Table of Contents
- What is Sampling?
- Advantages of sampling
- Disadvantages of sampling
What is Sampling?
Sampling may be defined as the procedure in which a sample is selected from an individual or a group of people of certain kind for research purpose. In sampling, the population is divided into a number of parts called sampling units.
Advantages of sampling
Sampling ensures convenience, collection of intensive and exhaustive data, suitability in limited resources and better rapport. In addition to this, sampling has the following advantages also.
1. Low cost of sampling
If data were to be collected for the entire population, the cost will be quite high. A sample is a small proportion of a population. So, the cost will be lower if data is collected for a sample of population which is a big advantage.
2. Less time consuming in sampling
Use of sampling takes less time also. It consumes less time than census technique. Tabulation, analysis etc., take much less time in the case of a sample than in the case of a population.
3. Scope of sampling is high
The investigator is concerned with the generalization of data. To study a whole population in order to arrive at generalizations would be impractical.
Some populations are so large that their characteristics could not be measured. Before the measurement has been completed, the population would have changed. But the process of sampling makes it possible to arrive at generalizations by studying the variables within a relatively small proportion of the population.
4. Accuracy of data is high
Having drawn a sample and computed the desired descriptive statistics, it is possible to determine the stability of the obtained sample value. A sample represents the population from which its is drawn. It permits a high degree of accuracy due to a limited area of operations. Moreover, careful execution of field work is possible. Ultimately, the results of sampling studies turn out to be sufficiently accurate.
5. Organization of convenience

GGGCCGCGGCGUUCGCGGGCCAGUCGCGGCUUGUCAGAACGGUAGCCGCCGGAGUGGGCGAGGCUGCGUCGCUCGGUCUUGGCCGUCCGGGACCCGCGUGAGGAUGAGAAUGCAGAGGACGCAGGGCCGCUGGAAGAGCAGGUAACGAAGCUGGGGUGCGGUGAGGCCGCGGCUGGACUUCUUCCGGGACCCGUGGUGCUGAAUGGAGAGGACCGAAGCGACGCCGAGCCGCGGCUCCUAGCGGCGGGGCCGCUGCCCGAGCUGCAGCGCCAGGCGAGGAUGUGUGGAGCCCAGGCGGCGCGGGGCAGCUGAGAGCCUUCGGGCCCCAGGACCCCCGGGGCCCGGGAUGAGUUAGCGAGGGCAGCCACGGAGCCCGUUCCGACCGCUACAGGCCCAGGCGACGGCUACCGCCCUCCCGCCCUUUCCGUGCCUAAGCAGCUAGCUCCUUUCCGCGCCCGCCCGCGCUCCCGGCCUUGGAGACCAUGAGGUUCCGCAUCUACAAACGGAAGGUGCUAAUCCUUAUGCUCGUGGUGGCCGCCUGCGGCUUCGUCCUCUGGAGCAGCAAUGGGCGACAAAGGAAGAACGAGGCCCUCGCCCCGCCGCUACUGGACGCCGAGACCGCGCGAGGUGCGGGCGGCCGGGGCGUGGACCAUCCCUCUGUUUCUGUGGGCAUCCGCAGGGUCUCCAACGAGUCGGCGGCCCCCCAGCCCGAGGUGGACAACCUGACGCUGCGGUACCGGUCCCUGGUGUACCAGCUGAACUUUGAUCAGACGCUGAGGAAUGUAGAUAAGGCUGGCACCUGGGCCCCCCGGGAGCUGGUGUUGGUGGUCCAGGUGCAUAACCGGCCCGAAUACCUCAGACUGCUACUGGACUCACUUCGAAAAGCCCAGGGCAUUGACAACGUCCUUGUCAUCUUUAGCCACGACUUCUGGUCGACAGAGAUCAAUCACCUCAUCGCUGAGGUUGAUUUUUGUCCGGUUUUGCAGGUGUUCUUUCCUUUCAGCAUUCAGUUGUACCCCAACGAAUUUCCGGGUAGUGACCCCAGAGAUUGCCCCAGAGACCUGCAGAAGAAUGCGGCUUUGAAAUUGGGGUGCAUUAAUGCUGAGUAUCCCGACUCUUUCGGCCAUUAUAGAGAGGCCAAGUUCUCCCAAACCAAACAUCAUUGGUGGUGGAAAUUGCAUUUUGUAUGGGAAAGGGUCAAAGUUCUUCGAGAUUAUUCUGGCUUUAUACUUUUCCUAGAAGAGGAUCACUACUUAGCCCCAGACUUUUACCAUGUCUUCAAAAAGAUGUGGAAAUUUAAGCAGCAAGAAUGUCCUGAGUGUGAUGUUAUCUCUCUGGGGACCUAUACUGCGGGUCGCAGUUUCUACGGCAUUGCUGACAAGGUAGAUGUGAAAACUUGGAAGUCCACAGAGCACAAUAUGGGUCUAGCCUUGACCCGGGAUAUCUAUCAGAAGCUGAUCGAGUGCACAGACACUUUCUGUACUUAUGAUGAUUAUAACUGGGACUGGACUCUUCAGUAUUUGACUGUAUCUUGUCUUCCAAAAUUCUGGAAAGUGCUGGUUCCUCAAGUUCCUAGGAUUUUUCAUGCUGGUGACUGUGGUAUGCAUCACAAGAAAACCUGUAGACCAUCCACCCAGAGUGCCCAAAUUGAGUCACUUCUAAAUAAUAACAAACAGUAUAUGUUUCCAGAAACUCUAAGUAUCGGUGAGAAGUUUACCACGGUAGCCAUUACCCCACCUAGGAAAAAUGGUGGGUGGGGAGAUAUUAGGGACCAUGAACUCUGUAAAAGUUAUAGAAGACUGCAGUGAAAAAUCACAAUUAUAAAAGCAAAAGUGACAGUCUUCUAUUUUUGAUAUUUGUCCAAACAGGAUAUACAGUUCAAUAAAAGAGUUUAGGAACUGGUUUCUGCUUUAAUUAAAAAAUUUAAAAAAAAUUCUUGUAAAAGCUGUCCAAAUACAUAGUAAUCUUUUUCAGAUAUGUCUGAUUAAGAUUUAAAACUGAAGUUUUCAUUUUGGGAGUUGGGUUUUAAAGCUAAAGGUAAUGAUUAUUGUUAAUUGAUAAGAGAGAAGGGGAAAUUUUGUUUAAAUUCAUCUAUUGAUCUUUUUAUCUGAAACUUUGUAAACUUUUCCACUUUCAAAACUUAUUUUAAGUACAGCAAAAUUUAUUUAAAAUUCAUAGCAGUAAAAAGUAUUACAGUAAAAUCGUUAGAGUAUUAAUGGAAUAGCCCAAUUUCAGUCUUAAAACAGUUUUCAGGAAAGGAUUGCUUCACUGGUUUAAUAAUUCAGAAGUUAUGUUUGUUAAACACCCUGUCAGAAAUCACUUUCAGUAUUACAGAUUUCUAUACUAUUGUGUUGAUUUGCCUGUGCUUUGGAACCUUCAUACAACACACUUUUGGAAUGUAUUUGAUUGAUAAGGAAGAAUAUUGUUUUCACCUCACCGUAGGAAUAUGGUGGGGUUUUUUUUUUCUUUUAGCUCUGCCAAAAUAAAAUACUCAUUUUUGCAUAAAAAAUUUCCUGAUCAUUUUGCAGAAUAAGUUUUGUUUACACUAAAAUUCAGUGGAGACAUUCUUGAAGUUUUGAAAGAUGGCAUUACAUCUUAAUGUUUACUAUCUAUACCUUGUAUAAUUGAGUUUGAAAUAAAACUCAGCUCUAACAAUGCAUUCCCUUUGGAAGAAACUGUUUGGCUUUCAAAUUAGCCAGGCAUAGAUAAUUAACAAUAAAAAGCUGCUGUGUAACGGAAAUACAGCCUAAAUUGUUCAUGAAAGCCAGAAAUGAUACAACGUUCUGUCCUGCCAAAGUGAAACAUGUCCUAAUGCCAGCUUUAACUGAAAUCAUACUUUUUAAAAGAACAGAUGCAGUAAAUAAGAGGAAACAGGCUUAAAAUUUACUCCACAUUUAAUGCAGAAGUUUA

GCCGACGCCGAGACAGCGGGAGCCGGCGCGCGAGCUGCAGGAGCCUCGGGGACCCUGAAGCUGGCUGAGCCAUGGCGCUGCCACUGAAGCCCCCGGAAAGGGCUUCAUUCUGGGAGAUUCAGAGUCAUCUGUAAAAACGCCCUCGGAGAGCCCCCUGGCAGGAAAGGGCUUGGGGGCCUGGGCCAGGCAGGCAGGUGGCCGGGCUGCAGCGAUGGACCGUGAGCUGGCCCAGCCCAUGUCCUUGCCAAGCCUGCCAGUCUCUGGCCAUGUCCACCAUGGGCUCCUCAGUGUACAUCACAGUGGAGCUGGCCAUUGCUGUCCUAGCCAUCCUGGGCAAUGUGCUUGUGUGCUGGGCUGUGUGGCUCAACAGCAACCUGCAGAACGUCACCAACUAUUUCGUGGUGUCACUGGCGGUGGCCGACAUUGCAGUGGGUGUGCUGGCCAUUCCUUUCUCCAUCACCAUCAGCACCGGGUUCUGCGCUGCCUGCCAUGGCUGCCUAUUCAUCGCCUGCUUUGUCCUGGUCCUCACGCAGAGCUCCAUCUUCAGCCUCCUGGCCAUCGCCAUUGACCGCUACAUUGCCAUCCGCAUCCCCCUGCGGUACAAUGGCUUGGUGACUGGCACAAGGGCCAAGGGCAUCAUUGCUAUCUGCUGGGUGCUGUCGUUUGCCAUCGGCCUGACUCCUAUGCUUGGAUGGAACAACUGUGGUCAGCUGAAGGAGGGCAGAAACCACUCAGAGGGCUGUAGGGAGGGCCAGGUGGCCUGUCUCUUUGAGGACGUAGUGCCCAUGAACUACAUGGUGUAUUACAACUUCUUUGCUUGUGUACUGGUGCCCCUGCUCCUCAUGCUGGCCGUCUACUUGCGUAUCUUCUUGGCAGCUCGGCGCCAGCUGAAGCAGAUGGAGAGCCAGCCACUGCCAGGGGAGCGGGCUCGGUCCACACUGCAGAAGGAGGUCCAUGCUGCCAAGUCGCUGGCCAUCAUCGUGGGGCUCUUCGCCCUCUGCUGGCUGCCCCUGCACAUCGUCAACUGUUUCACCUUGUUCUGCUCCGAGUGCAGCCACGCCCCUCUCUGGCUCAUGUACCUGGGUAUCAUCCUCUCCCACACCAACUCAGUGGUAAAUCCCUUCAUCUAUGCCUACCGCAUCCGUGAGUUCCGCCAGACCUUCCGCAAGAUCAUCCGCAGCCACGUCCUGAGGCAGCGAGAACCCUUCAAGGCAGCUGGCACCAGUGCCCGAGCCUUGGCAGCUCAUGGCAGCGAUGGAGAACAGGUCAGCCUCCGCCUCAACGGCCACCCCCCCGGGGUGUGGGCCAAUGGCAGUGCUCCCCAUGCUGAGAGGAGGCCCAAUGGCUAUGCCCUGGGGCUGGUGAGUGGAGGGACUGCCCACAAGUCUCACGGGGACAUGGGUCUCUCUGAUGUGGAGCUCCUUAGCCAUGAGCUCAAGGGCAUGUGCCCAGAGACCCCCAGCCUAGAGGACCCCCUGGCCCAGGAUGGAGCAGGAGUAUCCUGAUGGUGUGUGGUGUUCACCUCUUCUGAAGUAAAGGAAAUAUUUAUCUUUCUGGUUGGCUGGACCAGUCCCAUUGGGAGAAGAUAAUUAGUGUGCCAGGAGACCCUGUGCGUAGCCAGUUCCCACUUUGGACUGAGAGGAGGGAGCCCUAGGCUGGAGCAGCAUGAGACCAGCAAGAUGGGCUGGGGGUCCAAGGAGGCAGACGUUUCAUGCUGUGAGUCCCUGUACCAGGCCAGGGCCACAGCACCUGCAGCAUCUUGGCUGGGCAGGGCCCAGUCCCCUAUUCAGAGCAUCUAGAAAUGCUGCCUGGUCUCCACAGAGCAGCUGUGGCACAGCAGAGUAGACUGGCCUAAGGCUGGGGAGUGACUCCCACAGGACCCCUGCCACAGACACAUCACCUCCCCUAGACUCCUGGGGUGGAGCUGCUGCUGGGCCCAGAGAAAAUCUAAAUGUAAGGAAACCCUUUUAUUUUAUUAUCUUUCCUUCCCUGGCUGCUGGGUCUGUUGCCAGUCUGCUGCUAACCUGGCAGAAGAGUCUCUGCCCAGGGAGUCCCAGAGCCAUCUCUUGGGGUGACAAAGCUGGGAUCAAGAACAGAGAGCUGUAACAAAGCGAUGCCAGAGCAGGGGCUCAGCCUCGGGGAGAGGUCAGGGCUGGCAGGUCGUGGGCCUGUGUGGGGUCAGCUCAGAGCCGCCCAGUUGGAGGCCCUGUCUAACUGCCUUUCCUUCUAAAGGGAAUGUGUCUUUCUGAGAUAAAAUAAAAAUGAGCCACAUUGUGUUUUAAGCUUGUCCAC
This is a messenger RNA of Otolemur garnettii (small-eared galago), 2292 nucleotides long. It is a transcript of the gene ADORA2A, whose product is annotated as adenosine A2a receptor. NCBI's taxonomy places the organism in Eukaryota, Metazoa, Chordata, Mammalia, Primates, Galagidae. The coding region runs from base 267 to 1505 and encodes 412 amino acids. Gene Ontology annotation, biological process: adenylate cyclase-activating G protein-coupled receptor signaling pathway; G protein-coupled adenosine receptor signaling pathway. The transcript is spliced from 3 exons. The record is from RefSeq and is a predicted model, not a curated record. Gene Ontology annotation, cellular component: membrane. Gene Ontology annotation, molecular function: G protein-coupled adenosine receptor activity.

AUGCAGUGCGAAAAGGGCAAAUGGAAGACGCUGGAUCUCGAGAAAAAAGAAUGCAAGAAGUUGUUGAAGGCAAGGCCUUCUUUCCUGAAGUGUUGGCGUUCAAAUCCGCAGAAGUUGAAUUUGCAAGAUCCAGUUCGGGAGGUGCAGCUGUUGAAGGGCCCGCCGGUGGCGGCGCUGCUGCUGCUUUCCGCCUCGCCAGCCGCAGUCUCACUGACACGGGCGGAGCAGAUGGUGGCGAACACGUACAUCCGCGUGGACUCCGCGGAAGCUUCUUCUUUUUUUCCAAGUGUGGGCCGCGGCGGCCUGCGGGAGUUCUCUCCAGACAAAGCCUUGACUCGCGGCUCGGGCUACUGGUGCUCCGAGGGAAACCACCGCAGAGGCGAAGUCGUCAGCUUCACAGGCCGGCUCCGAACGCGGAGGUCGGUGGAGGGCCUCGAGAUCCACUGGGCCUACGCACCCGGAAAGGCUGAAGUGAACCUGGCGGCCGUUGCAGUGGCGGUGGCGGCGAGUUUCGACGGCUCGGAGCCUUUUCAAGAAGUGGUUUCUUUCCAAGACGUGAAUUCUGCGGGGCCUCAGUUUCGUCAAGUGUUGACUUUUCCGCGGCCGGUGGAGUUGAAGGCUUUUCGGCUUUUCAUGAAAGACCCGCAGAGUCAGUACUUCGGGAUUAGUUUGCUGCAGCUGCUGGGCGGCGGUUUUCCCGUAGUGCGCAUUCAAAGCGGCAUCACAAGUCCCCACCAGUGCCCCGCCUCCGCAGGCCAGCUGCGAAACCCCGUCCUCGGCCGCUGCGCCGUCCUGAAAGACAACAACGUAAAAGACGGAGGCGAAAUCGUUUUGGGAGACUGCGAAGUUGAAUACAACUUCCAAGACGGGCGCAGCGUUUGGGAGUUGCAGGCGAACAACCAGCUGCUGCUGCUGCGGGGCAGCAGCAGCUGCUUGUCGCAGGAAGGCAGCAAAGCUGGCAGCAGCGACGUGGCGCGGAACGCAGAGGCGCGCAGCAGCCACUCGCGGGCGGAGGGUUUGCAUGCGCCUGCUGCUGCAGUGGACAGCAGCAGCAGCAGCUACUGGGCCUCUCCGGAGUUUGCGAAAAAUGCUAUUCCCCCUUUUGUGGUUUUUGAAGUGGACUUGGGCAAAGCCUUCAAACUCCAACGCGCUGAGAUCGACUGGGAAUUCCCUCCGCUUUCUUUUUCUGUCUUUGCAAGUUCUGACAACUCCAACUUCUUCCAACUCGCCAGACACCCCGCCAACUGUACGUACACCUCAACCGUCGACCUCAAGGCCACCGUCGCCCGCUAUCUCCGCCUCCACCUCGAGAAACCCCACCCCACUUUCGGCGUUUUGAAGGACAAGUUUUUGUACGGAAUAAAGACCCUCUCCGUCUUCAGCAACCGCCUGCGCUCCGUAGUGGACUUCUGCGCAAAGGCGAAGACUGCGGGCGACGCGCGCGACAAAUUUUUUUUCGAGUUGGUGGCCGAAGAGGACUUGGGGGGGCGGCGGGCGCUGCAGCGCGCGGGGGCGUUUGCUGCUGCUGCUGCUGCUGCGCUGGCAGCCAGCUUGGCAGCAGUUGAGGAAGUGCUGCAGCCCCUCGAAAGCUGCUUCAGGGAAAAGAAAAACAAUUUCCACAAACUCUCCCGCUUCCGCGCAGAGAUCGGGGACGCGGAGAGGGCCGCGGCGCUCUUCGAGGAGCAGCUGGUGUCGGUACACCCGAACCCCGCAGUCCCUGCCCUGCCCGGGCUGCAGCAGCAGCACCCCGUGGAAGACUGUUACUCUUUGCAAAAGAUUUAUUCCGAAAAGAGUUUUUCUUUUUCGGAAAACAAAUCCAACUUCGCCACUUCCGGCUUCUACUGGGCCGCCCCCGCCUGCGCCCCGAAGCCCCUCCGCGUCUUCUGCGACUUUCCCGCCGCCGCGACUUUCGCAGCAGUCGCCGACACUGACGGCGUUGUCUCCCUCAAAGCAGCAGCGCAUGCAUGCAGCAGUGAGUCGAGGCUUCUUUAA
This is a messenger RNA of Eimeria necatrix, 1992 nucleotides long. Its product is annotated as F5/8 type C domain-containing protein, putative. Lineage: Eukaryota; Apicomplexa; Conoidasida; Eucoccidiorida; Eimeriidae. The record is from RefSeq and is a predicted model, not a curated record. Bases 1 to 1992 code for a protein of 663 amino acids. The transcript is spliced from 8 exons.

Organizational problems involved in sampling are very few. Since sample is of a small size, vast facilities are not required. Sampling is therefore economical in respect of resources. Study of samples involves less space and equipment.
6. Intensive and exhaustive data
In sample studies, measurements or observations are made of a limited number. So, intensive and exhaustive data are collected.
7. Suitable in limited resources
The resources available within an organization may be limited. Studying the entire universe is not viable. The population can be satisfactorily covered through sampling. Where limited resources exist, use of sampling is an appropriate strategy while conducting marketing research.
8. Better rapport
An effective research study requires a good rapport between the researcher and the respondents. When the population of the study is large, the problem of rapport arises. But manageable samples permit the researcher to establish adequate rapport with the respondents.
Disadvantages of sampling
The reliability of the sample depends upon the appropriateness of the sampling method used. The purpose of sampling theory is to make sampling more efficient. But the real difficulties lie in selection, estimation and administration of samples.
Disadvantages of sampling may be discussed under the heads:
- Chances of bias
- Difficulties in selecting truly a representative sample
- Need for subject specific knowledge
- changeability of sampling units
- impossibility of sampling.
1. Chances of bias
The serious limitation of the sampling method is that it involves biased selection and thereby leads us to draw erroneous conclusions. Bias arises when the method of selection of sample employed is faulty. Relative small samples properly selected may be much more reliable than large samples poorly selected.
2. Difficulties in selecting a truly representative sample
Difficulties in selecting a truly representative sample produces reliable and accurate results only when they are representative of the whole group. Selection of a truly representative sample is difficult when the phenomena under study are of a complex nature. Selecting good samples is difficult.
3. In adequate knowledge in the subject
Use of sampling method requires adequate subject specific knowledge in sampling technique. Sampling involves statistical analysis and calculation of probable error. When the researcher lacks specialized knowledge in sampling, he may commit serious mistakes. Consequently, the results of the study will be misleading.
4. Changeability of units
When the units of the population are not in homogeneous, the sampling technique will be unscientific. In sampling, though the number of cases is small, it is not always easy to stick to the, selected cases. The units of sample may be widely dispersed.
Some of the cases of sample may not cooperate with the researcher and some others may be inaccessible. Because of these problems, all the cases may not be taken up. The selected cases may have to be replaced by other cases. Changeability of units stands in the way of results of the study.
5. Impossibility of sampling
Deriving a representative sample is di6icult, when the universe is too small or too heterogeneous. In this case, census study is the only alternative. Moreover, in studies requiring a very high standard of accuracy, the sampling method may be unsuitable. There will be chances of errors even if samples are drawn most carefully.